Across Australia and New Zealand organisations are increasingly aware of the importance of reward packages when it comes to retaining their current staff and attracting new talent. With skills shortages in Engineering, Oil & Gas and Mining industries, the competition to hire top talent is monumental. These pressures are causing companies to not only look at remuneration but also reward packages that comprise of both tangible and intangible aspects.
What are the current trends in reward packages?
There has been a far greater focus on creating more attractive reward packages over the last 12 to 18 months and while there are some similarities in the rewards being offered across industries, each organisation is shaping their benefits according to what they are able to offer. On top of monetary rewards, organisations are taking a whole different approach in order to engage the right talent by offering global mobility, flexible working conditions and other perks.
With stagnant salaries in the Resources space and little income growth in the Engineering industry, reward packages are leading the way forward. It is critical to develop and deliver reward packages that attract key talent to drive improvements in performance since salary demands were increasingly unmatchable.
With a handful of companies unable to compete on salary, they are coming up with innovative ways to incentivise staff. We’ve seen an increase in performance related bonuses in some industries while others are offering equity options or end of year annual leave give-aways. Other conventional offerings such as fully sponsored leadership programs, mentoring and advanced accreditations are also seeing growing investment. These incentives bring extra value to candidates by prioritising their development but also driving organisational performance.
Are candidates looking for better work/life balance?
Employees across Australia and New Zealand are driving organisations to understand the importance of wellbeing and work/life balance. In response, organisations looking to improving work/life balance are not only offering flexible working conditions but also investing in other benefits to target well-being, such as free gym membership or health insurance.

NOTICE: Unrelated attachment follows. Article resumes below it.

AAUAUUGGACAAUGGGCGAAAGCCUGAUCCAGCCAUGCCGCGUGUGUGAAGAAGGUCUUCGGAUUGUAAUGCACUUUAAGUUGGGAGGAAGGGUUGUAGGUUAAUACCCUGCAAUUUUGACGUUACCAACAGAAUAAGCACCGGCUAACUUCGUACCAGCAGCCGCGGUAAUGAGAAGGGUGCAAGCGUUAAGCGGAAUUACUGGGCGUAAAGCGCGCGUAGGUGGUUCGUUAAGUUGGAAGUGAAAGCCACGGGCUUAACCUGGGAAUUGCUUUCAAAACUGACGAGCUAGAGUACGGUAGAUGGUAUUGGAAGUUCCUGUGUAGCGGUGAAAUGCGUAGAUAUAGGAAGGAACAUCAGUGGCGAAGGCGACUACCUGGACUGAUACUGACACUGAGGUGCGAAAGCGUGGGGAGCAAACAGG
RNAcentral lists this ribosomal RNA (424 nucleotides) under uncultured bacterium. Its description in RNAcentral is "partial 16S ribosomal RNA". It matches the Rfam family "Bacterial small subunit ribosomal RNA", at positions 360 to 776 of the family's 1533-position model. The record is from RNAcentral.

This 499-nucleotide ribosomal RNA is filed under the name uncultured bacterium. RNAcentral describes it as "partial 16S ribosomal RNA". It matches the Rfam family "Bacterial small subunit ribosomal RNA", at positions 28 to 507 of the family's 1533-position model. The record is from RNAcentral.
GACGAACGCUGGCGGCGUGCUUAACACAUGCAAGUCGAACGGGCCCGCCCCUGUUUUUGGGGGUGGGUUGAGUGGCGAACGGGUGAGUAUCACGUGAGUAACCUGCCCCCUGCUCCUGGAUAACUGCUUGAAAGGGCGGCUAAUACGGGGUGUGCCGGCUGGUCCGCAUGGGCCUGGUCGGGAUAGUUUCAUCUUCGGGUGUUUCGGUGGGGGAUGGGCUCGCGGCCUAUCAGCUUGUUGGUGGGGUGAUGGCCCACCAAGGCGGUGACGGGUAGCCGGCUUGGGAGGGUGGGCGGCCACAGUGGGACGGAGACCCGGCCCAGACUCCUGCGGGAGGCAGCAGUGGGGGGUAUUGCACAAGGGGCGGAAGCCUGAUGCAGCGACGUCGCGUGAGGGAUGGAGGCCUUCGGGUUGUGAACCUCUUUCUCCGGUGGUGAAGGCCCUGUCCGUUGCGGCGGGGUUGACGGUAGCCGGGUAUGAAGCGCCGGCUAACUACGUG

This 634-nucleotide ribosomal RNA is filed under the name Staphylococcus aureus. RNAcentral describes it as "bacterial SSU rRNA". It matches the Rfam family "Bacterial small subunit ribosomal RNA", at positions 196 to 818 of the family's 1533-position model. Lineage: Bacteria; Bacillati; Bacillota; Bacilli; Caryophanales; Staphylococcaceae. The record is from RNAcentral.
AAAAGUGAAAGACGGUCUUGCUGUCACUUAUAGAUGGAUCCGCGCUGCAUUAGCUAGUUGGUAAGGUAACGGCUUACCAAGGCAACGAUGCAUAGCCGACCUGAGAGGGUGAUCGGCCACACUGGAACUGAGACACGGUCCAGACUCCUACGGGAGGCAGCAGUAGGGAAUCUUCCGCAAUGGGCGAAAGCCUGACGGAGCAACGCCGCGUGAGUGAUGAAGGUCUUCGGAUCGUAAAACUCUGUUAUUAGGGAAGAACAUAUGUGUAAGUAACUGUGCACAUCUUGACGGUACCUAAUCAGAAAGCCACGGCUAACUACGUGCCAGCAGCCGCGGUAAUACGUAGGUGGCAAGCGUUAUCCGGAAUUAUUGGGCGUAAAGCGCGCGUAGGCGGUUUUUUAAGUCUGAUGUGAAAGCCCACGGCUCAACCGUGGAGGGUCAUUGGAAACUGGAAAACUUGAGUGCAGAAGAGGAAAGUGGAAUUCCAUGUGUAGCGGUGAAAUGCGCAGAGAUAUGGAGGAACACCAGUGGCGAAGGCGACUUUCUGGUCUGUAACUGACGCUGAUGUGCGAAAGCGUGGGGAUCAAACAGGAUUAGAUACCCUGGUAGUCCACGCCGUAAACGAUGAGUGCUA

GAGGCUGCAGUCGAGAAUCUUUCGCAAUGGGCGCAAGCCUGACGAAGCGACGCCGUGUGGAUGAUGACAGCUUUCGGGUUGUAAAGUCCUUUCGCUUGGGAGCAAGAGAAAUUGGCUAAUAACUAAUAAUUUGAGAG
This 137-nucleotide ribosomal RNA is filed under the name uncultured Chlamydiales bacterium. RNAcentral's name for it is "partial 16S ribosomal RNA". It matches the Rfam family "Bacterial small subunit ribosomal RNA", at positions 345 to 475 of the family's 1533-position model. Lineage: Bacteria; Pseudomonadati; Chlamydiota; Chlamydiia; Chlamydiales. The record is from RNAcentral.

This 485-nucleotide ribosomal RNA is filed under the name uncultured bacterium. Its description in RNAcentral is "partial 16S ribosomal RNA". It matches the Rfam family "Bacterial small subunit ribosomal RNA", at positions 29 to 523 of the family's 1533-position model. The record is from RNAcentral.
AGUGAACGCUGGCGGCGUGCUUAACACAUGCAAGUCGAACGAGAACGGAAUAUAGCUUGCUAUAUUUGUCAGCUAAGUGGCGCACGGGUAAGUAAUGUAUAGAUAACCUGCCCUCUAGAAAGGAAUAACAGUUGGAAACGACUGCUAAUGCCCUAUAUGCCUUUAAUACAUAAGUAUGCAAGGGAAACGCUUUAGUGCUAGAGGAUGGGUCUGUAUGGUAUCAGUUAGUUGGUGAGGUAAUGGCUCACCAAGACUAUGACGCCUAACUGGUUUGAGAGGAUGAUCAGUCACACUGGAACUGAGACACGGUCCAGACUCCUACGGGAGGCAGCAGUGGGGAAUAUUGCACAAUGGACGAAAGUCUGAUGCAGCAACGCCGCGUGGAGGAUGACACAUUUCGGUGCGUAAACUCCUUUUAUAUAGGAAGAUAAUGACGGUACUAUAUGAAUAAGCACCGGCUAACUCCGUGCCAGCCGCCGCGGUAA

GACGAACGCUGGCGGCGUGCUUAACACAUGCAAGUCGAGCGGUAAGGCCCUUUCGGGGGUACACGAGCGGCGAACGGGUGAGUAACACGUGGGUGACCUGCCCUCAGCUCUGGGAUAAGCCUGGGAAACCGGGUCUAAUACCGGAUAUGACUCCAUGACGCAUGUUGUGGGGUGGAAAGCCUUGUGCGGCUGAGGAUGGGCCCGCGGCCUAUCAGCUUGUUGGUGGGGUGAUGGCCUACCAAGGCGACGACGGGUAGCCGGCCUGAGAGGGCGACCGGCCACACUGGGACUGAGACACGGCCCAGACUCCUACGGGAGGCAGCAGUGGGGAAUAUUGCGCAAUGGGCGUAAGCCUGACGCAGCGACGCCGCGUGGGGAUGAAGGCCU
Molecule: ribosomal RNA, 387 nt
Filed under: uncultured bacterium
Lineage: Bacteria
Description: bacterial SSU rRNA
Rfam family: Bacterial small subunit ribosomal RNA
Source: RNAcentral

However, in markets where skills are in shortage, work demand within an organisation can far outweigh capacity, meaning candidates with these niche skills are being pushed to their limits to reach targets, resulting in employees working longer hours. We are currently seeing a deterioration in work/life balance in the Engineering industry caused by large projects across Melbourne and Sydney. In addition to longer hours, jobs within the Engineering Industry often require employees to travel, further impacting their work/life balance. Employees, especially those with young families, will often consider a new opportunity if it offers them a better work/life balance, even if they have to compromise on salary.
Hence, organisations within the Engineering industry are now starting to realise that and have put their focus on other incentives that aid a work/life balance.
How important is flexible work and what does this look?
With the average commute taking over 30 minutes, organisations in Australia and New Zealand are becoming increasingly aware of the importance of offering flexible hours or working from home options.
On a fundamental level, flexible working conditions are made easier for those in the technology industry compared to the rest. Daniel Illingworth, Recruitment Specialist for Progressive added, “Unlike the Technology and Finance Industry, flexible working conditions within the Engineering Industry can be almost impossible for some employees because they need to be hands-on or are based onsite”. Hence, the importance of flexible work is perhaps less relevant to the engineering field.
While flexibility is a top priority for some industries, we cannot dismiss those who follow their passion for the Engineering sector regardless of what an organisation has on offer. Some individuals will choose to work for an organisation because the intrinsic value to them is far more important than the extrinsic benefits they receive.
How influential is a benefits package on a candidate's final choice of job?
Delivering a benefits package can be a pivotal factor on a candidate’s final choice of job. Whilst career progression remains a key concern, the role of the benefits package is undergoing radical changes. In some circumstances, candidates are willing to change jobs for a similar, or lower salary, purely because the role peaks their interest and the passion they have for the industry.
Within Australia and New Zealand, organisations risk stifling their business if they are not willing to formulate attractive benefits to influence candidates to choose to work with them. With some individuals demanding significantly higher monetary rewards, benefit packages can be highly influential in today’s generation. This is particularly prevalent for organisations across Engineering industries who have invested heavily to be able to offer lucrative benefits in skills-short markets.
Nonetheless, the attractiveness of a benefits package is highly dependent on individual preferences. For example, Global mobility is often a great incentive for those who seek international exposure; however candidates with young families would place greater value on flexible hours. For a benefits package to truly influence a candidate’s final choice on job, the organisation needs to understand a candidates’ motivations and tailor their offering accordingly, which is often easier said than done.
If you would like to find out more about a job opportunity within the Engineering sector in Australia, please kindly contact Ben Gilroy, Senior Business Manager of the Australia team at firstname.lastname@example.org